tos, 2011).
On the other hand, the curriculum is designed using a genetic
graph, which is based on a multi-agent architecture, implying
three expert agents, each one in a sub-domain (Laureano-Cru-
ces & de Arriaga-Gómez, 1998; Laureano-Cruces & de Arri-
aga-Gómez, 2000; Sanchez-Guerrero, Laureano-Cruces, Mora-
Torres, & Ramírez-Rodríguez, 2010). The sub-domains are re-
presented by instructional objectives. The aforementioned per-
mits the elaboration of a teaching- learning process based on
scenarios linked to each one of these sub-domains, and thus
allows for detailed error management. For further details, see
Reilly & Lewis (1991).
The structured programming content was organized based on
the LO model, as these offer a way of building educational
content by composition based on parts of elements which are
located in the lower levels. Likewise, it is a way to search for
objects and content, locate, recover and integrate them through
a collection of specifications and standards for web based
e-learning, or SCORM (Shareable Content Object Reference
Model), for their cataloguing, requisition, export, transport and
import. Finally, it offers the possibility to build a personalized
selection of educational content for each student and moment
which offers the optimal context for his or her learning. For
greater detail see references (Muñoz-Arteaga, Osorio-Urrutia,
Álvarez Rodríguez, & Cardona-Salas, 2008). Chapter 2 ex-
plains how the ProgEst system is integrated, chapter 3 explains
the example of the use of ProgEst and, finally, we find the con-
ProgEst System
ILS’s pose the learning process as cooperation between an
intelligent system and humans (Laureano-Cruces, 2000a; Lau-
reano-Cruces & de Arriaga-Gómez, 2000b). The tutor, based on
the evaluation of the user’s performance, is found within a con-
stant decision-making process for the purpose of selecting the
most appropriate teaching strategy. These strategies are elabo-
rated based on the perception of the user’s performance taking a
series of evidence as parameters, such as: errors made, learning
style, knowledge domain and affective-motivational state,
among others (Pintrich, Smith, García, & Mckeachie, 1991).
These assessments determine: what is to be explained, the level
of detail and timing, when to interrupt the student and which
information to provide during the interaction.
An ILS has been designed and implemented together with
the learning objects, called ProgEst. An inference engine was
utilized to achieve this, based on a general didactic tutor (Lau-
reano-Cruces, Teran-Gilmore, & Rodriguez-Aguilar, 2005; Lau-
reano-Cruces, Mora-Torres, Ramírez-Rodríguez, & de Arriaga-
Gómez, 2011). This is linked to the case study tutor module and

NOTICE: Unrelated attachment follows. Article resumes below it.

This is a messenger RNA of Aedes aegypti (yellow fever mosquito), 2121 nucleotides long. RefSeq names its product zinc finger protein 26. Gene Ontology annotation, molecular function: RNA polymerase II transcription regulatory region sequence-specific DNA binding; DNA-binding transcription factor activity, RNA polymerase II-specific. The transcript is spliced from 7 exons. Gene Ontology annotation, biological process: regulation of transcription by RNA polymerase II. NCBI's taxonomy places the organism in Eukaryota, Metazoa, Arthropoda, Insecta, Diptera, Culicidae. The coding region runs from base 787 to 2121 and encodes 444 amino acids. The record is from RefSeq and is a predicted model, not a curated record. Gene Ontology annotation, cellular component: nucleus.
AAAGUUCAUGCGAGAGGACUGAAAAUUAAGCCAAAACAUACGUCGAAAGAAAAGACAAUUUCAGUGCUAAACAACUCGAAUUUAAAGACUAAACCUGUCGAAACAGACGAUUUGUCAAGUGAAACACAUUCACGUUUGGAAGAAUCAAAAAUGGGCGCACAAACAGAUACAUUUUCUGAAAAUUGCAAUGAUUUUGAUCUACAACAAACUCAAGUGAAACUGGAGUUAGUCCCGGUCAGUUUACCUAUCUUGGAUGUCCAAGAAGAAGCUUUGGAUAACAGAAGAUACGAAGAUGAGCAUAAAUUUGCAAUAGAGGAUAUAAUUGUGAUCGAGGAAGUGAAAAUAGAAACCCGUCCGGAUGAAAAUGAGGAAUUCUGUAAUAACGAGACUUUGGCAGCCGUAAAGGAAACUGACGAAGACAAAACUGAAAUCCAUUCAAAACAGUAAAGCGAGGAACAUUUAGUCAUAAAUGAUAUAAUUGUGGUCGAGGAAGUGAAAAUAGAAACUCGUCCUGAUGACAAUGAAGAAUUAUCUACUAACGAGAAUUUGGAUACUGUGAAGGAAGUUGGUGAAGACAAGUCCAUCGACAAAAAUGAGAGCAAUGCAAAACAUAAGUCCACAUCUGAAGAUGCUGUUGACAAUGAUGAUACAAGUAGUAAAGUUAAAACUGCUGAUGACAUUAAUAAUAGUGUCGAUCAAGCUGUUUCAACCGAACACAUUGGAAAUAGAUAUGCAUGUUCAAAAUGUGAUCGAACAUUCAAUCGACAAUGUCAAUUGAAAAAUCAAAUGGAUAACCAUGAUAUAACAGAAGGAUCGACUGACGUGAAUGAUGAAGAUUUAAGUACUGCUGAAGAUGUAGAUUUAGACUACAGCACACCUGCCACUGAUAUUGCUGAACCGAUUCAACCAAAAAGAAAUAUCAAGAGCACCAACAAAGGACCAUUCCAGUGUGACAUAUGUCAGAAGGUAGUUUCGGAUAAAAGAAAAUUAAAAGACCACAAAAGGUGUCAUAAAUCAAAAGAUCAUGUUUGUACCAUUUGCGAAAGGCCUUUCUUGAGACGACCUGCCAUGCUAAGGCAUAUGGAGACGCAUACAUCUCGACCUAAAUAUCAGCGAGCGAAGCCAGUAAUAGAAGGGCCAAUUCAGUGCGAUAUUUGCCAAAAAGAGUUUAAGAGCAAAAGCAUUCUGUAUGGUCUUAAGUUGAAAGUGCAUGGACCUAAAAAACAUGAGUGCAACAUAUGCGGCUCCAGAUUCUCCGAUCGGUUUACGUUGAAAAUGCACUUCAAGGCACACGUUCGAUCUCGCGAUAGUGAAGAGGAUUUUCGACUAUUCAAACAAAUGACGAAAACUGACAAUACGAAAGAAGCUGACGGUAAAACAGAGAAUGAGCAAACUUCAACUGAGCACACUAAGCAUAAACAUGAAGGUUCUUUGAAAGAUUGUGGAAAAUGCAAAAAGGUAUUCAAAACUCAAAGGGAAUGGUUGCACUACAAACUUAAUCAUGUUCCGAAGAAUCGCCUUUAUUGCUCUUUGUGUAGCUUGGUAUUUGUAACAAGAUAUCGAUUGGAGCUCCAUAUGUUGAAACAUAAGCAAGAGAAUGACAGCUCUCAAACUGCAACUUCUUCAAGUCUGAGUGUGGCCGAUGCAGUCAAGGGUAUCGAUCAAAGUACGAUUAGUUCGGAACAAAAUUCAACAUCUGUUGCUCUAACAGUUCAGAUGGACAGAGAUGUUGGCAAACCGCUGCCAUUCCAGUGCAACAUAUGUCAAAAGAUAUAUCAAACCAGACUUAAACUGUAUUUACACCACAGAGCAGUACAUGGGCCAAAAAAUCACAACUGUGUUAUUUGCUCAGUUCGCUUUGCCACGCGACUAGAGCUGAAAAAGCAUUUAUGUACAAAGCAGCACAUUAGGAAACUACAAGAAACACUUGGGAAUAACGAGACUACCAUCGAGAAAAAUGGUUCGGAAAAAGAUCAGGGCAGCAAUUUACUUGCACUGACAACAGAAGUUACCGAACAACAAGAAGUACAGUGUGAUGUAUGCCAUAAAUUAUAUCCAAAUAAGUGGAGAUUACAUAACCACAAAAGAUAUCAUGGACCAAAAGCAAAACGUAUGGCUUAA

to the perceived user performance (student model). The user
performance is represented by the student model. The relation-
ship between the tutor module and the student model permits
creation of the distinct didactic strategies.
In the ProgEst system, the cognitive didactic is designed in
accordance with the instructional objectives (IO), which re-
present the cognitive sub-skills and abilities the professor (in
this case, the tutor module) wants to convey to the student
(Laureano-Cruces et al., 2000b; Laureano-Cruces, Teran-Gil-
more, De Arriaga Gomez, & El Alami, 2003; Laureano-Cruces,
et al., 2005). These abilities are activated together with opera-
tional didactics (Figure 1).
Design of the Agents
The mental model generally implies use of the distinct con-
trol structures. This point is very important and is part of the
detailed logic stage of each module (descending modular pro-
gramming and structured programming). Taking this into ac-
count and based on the instructional objectives (defined in Sec-
tion 3.1), three agents are included: 1) types of data, variables
and constants, 2) control structures: (sequence, iteration: condi-
tional (during and repeated) and non-conditional (arithmetic
progression), selection: simple (if, then, except) and multiple
(case dependent)) and 3) abstractions: (procedures, functions)
Figure 1.
Intelligent learning system (ILS) with learning objects (ProgEst).
Copyright © 2013 SciRes.
(Figure 2).
The teaching-learning process is based on the previous Ge-
netical Graph (Figure 2), the nodes of which represent the in-
structional objectives. These objectives are immersed in a mul-
tiagent structure (Laureano-Cruces et al., 2000b).
Multiagent Model
The MultiAgent structure and its anatomy are made up of
three parts: a presentation (P), an abstraction (A) and a dialogue
control (DC). The presentation is the part of the agent which is
viewed by the world and is related to a presentation technique.
Didactical Design
The abstraction represents the local status of the agent. It is the
part which contains the conceptual objectives for accessing the
domain and is where the competence of the agent is imple-
mented. The coordination between the abstraction and the
presentation and coordination with other agents is carried out, if
necessary, in the dialogue control. It is worth mentioning that
agents may exist which contain solely the presentation part or
the abstraction part or neither.
The agents performance is divided into two subagents, the
first being the diagnostic, of which the objective is to address